Everything you need to know about the suspended bind-off knitting method for a stretchier edge
Are you looking to add a little bit more give to your edges? Then the suspended bind-off could be your best friend. This ingenious method allows you to create the exact same edge as your regular bind-off technique – only stretchier.
It can be a little bit more complicated (read awkward) to knit. Still, with a little bit of patience and practice, you will certainly be able to use it to finish projects that need a moderately stretchy edge.
Let’s dive right into it!
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Instructions: How to knit the suspended bind-off
The suspended bind-off has the exact same mechanics as the standard bind-off. Through suspending the loop after passing it over, you add a little bit more give to the edge.
- Knit two stitches as normal.
- With yarn held in back, pass the second stitch over the first but KEEP the loop suspended on the left needle.
- With the loop still on the left needle, enter the second stitch on the left needle knitwise.
- Wrap the working yarn around the needle counter-clockwise.
- And pull the yarn all the way through. The loop still stays suspended on the left needle.
- Drop both loops off the left needle to finish binding off your first stitch.
- Pass the new second stitch over the first one and keep the loop suspended on the left needle again.
- Continue repeating steps 2-7 by entering the second stitch on the left needle knitwise.
Now, you might wonder how stretchy the suspended bind-off is, right? It is only medium stretchy. Depending on your tension, it will add around 5-10 percent more give.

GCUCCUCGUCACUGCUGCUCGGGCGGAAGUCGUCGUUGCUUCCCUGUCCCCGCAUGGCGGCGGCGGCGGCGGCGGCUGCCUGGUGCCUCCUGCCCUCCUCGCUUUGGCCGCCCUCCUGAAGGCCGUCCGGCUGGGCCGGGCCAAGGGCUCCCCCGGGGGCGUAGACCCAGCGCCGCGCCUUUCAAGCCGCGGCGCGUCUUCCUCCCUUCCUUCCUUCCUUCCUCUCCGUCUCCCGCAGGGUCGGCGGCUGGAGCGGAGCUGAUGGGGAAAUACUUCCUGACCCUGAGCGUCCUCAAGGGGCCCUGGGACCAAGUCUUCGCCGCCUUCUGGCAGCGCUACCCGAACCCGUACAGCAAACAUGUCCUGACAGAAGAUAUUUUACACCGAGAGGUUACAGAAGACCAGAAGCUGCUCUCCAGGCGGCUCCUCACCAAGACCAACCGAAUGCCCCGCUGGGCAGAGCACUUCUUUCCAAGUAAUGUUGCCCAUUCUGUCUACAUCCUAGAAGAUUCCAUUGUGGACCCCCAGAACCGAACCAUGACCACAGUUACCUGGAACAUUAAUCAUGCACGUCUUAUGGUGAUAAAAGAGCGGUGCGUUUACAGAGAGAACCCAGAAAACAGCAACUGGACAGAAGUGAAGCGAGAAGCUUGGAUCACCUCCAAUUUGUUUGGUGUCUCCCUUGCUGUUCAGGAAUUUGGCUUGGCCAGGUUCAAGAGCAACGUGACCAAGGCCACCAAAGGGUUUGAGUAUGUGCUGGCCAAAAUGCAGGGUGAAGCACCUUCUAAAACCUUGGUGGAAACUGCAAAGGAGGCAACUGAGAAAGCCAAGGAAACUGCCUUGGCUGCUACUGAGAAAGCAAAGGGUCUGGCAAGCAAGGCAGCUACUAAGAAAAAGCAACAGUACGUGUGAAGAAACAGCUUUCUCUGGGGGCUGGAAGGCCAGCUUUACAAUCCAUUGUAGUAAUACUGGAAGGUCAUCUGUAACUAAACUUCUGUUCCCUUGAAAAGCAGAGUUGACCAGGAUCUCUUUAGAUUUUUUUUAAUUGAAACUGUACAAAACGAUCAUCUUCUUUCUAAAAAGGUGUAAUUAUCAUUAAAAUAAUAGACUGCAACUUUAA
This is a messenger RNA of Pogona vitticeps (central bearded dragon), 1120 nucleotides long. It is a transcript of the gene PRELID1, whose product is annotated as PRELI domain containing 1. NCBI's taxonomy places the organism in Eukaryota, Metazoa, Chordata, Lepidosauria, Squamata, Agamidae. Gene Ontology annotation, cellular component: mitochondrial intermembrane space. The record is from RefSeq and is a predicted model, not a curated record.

Again, you have to understand that, technically speaking, it is the same edge. But as you keep the loop suspended for the time being, you prevent pulling things tight as you knit. In a way, it’s like binding off with a larger needle size when you don’t have one at hand (or are too lazy to get it).
Reading tip: If you need even more give, check out this list of the 10 best stretchy bind-off techniques.
Alternating suspended bind-off (for ribbings)
Now, what happens if you want to use the suspended bind-off for a 2×2 rib stitch or similar patterns where you alternate knit and purl stitches? Well, you can certainly employ the same technique with one MAJOR difference: You have to bring the yarn forward before you pass over whenever you next stitch is a purl stitch.
Step 1: Whenever your next stitch is a purl stitch, bring the yarn forward.
Step 2: Pass the second stitch over the first and keep it suspended on the left needle.
Step 3: Purl the (now) second stitch on your left needle. Then drop both stitches.
Step 4: Drop both loops off the left needle. (Note: This will definitely feel a little bit awkward for continental knitters. That’s normal)
It boils down to reading your knitting in anticipation of the next stitch you need to bind off. Whenever the next stitch is a purl stitch, you bring the yarn to the front and pass over, and whenever the next stitch is a knit stitch, you keep the yarn in back and pass over.
And in that manner, you can adapt the suspended bind-off and create an in-pattern edge – no matter if you are knitting a 1×1 rib, a 2×2 rib, or seed stitch.